Answering the Question: Where Is Home?

Travel Writing homeTravel writer Pico Iyer’s Ted Talk is one of my absolute favorites. Presently, my students in feature writing are embarking on writing a travel feature. We’ve talked about travel writing and what it takes to construct a meaningful piece, the elements to include, and the amount of yourself you must put into it to engage readers. Today, we discussed Taras Grescoe’s piece from National Geographic Traveler called “Roman Holiday,” titled after the 1953 film starring Gregory Peck and Audrey Hepburn, in which he documents his trip to Rome in search of his own Audrey Hepburn, and allows the plot of the film to guide his trip. It’s a fun read, with his perspective on Rome included within it.

After that discussion, I had the students watch Iyer’s presentation, which asks us to take a different approach. He’s a world traveler, and writes travel pieces by trade; he is constantly in motion, moving from this spot to the next in order to write about his main subject: places and his experiences in these places. In his talk, he asks us to consider where our “home” is—is it the place you were born, where you lived most of your life, where you currently live now, or where you visit periodically and perhaps have a secondary house? Is the home of a grandmother or grandfather, or the place where you spent summers as a child? The word “home” means different things to people.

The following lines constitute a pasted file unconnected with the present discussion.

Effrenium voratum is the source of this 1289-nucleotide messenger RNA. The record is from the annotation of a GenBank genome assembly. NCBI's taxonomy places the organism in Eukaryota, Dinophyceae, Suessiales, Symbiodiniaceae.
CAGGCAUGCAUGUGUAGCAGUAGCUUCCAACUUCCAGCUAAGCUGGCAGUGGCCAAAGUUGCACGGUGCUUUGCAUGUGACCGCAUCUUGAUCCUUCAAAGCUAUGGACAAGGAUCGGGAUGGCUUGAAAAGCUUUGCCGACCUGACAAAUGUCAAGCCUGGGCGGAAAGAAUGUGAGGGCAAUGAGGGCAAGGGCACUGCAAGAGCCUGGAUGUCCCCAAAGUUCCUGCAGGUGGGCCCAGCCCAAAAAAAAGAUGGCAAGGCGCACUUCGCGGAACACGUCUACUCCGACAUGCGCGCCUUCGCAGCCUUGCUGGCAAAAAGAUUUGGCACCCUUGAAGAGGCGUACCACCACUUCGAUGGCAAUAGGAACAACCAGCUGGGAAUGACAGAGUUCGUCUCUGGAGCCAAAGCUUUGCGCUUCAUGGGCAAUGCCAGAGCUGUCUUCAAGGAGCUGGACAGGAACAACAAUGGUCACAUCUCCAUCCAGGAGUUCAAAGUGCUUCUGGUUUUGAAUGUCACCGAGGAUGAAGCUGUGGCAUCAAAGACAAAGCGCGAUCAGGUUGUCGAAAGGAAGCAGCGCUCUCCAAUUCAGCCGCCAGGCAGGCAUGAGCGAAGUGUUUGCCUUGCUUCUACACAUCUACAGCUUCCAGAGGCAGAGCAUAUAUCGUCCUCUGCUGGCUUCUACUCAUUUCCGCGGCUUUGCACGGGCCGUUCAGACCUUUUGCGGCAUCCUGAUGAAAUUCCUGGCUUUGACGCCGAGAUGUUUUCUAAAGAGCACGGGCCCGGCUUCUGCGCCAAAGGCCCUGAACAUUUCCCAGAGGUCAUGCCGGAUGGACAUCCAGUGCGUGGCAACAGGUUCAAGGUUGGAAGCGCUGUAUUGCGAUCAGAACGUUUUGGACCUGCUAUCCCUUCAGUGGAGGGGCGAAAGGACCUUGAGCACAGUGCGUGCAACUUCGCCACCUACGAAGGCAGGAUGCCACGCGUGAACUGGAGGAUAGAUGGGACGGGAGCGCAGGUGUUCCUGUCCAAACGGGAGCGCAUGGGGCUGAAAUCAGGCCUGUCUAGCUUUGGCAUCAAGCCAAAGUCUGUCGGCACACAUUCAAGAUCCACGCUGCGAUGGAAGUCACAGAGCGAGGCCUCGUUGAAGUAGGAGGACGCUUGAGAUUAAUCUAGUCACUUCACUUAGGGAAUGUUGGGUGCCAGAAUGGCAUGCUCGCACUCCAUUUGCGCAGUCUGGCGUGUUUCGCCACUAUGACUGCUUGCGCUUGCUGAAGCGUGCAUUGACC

I thought about what he said about this notion, and I have a couple of answers I’d offer for myself. “Home” obviously means your house…where you live…where you go and turn the key to the door where you eat, sleep, and relax. But to me, it also means the people I am with…those I share the key with on a daily basis. In this sense, home is my immediate family: my husband and children.

I know this to be true, because when we were recently in New York City and were tired after a long day, I turned to my daughter, and I said, “Let’s head home now.”

“Do you mean to the hotel?” she asked.

“Yes,” I said. “That’s where home is for tonight.”

In that sense, home is wherever I was with my family.